• em2 Solutions’ GlyphGate. em2 actually produced the technology behind Font Embedding, and they improved on it with a server-side plug-in that generates fonts in real-time for users and browsers on demand. The real beauty of this solution is that it works for every browser out there: if it can’t generate a font for a webpage, it will generate a graphic instead and substitute that for the text. GlyphGate can also apply advanced type features (ligatures, old-style figures, etc.) and even kerning, which browsers can’t even do yet. There’s no real downsides to this solution other than the fact that it needs to be set up on the web server: if you publish website through third-party hosts, GlyphGate will not be an option.

Using SVG to create type

Did you know SVG is a W3C standard based on XML? That web-friendly pedigree makes SVG very desirable:

  • SVG is readable and editable by human beings. There’s no proprietary formats or hidden technology involved with SVG, and SVG files can also be indexed like regular HTML pages.
  • XML tools are all you need to create and edit SVG graphics, and there’s plenty of options for such work.
  • SVG images can be indexed with metadata, making it easy to search and find graphic elements.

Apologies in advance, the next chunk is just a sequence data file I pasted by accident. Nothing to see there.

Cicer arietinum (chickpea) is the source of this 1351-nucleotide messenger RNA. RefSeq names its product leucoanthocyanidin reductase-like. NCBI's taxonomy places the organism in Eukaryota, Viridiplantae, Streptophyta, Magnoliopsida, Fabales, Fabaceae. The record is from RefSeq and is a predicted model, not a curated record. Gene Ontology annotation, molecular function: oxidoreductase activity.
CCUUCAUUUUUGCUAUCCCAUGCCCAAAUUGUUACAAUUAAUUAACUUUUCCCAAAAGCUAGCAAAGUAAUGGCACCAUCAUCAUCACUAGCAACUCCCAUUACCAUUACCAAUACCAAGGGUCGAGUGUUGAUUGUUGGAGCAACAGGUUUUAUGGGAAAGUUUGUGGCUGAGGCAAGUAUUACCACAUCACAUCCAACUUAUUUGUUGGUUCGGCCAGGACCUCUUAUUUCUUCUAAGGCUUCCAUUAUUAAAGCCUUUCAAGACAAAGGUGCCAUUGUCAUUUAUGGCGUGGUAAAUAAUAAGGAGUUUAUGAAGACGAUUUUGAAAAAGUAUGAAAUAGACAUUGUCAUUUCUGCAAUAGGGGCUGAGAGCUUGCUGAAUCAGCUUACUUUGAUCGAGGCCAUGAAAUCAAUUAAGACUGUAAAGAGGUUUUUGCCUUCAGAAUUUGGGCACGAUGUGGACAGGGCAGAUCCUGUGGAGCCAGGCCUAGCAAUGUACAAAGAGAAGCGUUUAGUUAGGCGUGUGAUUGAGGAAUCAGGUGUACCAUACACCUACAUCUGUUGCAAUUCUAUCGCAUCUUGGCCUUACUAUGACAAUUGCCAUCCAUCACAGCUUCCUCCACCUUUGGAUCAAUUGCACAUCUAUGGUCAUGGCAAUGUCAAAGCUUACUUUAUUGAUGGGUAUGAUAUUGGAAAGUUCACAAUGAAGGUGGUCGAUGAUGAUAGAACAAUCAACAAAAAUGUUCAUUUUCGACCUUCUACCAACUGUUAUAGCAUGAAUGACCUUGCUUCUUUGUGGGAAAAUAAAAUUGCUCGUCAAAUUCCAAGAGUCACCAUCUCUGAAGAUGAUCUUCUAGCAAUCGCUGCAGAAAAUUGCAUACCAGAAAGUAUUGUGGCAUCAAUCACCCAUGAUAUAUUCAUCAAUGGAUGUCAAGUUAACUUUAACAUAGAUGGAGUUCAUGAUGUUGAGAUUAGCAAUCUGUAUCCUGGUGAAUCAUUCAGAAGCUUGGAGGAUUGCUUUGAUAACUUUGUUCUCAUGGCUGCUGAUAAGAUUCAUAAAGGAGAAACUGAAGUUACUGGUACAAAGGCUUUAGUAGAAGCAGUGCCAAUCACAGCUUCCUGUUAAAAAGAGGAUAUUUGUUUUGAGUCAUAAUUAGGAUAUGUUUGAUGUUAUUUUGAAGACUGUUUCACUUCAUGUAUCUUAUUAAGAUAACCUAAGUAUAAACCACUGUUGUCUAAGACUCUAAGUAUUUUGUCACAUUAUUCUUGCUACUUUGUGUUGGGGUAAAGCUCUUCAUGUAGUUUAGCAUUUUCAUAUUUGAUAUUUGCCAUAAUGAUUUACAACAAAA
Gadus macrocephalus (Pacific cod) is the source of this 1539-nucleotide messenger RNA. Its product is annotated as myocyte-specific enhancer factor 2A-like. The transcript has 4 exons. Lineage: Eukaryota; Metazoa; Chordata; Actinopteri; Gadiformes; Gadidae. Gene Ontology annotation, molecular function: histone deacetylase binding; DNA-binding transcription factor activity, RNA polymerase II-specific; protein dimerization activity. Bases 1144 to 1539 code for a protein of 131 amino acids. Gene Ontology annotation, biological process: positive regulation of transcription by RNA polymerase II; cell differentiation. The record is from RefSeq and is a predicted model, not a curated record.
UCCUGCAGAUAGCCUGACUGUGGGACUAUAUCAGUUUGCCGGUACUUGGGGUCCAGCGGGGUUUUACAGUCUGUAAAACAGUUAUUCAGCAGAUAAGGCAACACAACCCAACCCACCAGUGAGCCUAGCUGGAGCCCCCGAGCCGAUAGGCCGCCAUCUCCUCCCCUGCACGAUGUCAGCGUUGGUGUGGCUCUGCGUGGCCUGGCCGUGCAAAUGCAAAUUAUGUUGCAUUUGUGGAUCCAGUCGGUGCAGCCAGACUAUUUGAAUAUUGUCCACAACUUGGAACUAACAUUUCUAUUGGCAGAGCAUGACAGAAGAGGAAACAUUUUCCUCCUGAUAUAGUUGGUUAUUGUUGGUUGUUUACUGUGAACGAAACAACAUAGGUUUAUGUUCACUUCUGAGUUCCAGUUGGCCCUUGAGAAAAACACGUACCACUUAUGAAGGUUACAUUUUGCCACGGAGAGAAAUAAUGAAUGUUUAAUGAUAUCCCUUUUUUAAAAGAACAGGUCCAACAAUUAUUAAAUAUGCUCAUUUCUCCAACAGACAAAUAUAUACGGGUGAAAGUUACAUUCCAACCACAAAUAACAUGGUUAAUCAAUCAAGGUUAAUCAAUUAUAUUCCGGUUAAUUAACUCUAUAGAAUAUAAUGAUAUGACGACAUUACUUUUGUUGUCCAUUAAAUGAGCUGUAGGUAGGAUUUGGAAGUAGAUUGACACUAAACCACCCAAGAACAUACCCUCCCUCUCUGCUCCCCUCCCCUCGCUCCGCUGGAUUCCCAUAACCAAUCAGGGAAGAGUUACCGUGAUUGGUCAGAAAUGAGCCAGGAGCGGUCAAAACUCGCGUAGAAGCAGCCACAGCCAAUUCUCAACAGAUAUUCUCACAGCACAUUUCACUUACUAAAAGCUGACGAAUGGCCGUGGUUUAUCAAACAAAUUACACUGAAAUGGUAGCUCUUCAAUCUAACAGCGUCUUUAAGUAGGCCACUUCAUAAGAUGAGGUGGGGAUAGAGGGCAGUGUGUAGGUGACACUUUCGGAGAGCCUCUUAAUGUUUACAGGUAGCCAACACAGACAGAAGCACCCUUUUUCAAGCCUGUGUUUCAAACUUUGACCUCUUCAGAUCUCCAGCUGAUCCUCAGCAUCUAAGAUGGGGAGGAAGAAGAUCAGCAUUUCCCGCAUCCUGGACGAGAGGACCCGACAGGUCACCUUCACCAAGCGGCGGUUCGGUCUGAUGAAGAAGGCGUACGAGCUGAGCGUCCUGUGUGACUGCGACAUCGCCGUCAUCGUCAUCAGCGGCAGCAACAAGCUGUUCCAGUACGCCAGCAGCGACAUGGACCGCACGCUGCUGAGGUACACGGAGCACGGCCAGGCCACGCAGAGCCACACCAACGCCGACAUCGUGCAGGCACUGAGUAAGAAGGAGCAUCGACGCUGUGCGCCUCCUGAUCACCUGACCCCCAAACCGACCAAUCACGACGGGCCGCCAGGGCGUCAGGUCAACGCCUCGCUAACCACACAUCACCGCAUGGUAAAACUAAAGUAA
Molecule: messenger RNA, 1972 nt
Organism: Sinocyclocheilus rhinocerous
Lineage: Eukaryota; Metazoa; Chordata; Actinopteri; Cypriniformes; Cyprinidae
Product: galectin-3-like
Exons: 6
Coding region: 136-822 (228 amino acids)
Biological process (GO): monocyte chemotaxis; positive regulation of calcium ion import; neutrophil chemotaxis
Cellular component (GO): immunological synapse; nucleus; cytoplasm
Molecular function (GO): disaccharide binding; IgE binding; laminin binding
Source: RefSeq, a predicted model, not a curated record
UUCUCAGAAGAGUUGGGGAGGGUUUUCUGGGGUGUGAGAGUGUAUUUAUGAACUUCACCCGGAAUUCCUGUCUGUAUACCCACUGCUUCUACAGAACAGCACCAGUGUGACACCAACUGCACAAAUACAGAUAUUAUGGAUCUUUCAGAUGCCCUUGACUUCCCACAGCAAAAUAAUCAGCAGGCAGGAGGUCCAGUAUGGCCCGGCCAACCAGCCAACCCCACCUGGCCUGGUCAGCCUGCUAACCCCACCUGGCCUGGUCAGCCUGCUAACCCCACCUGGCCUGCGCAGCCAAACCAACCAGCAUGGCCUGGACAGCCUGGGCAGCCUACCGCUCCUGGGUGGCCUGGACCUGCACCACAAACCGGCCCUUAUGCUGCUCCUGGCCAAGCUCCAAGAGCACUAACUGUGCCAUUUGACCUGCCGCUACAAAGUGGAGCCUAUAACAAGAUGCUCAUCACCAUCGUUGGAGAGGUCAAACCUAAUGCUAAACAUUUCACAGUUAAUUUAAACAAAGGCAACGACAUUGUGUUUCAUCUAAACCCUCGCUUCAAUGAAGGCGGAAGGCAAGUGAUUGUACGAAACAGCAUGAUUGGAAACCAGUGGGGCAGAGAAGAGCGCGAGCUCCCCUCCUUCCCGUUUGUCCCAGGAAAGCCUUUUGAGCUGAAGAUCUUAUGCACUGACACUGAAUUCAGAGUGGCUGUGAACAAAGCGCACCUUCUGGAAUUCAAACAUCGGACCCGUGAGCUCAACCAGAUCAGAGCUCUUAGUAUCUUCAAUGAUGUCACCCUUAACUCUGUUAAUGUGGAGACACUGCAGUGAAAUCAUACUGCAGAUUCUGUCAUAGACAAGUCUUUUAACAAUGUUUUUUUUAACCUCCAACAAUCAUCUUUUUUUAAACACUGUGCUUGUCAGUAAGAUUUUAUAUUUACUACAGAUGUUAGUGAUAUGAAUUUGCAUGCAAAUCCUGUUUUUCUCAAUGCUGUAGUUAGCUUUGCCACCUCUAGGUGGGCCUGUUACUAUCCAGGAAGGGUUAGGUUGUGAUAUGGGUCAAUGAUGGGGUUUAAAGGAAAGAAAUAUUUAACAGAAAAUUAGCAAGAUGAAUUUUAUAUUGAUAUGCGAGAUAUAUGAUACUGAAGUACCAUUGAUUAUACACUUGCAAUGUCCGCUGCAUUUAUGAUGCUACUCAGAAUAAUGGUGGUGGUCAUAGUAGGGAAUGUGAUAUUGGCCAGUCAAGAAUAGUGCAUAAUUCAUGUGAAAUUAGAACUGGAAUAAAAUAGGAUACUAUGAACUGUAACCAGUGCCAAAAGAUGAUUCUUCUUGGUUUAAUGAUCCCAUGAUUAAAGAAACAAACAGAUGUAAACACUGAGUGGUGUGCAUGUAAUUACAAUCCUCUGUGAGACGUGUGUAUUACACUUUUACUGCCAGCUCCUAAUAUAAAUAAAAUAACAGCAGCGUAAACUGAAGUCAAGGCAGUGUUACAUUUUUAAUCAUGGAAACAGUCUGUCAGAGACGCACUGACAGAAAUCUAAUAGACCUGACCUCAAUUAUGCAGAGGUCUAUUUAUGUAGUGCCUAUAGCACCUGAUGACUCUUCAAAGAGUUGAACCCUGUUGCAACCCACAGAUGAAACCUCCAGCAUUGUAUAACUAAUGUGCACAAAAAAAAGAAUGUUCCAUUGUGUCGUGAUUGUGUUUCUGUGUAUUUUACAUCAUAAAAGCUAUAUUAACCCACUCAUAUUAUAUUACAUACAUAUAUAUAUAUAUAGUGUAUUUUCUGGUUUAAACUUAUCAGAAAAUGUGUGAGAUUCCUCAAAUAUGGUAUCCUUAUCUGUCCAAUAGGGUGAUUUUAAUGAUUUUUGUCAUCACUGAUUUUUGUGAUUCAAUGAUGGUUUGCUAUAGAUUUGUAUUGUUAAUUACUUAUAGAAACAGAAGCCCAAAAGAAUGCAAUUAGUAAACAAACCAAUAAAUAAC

SVG graphics are described fairly simply with code in XML syntax. It looks like a bunch of numbers to regular folks (see page 350 in Fonts & Encodings) but at least it’s clean and organized. SVG type is even more clean because there are already several XML elements that can describe text: font-family, font-style, font-weight, font-size and more. These are all based on CSS and SVG defers to CSS specs when it comes to these properties. SVG also has a kerning element that can kern type, something that CSS can’t do. Entire fonts can be coded as SVG, plain-text files that dispense with the whole copyright issue altogether because it alone can’t be made into commercial font files (the W3C is encouraging developers not to write tools that do just that). A complete description of SVG fonts and their elements can be found in Fonts & Encodings.


Typography, fonts and the Web almost contradict one another. Fonts are a licensed product, purchased by one person and for use by only one person. Browsers and webpages are free and available anywhere. The conundrum is in how to allow users to have a font handy for browsing a website without actually purchasing the license. So far the solutions have come from various companies, each with their own agendas, and no one solution is perfect. However, I think a solution is not far away.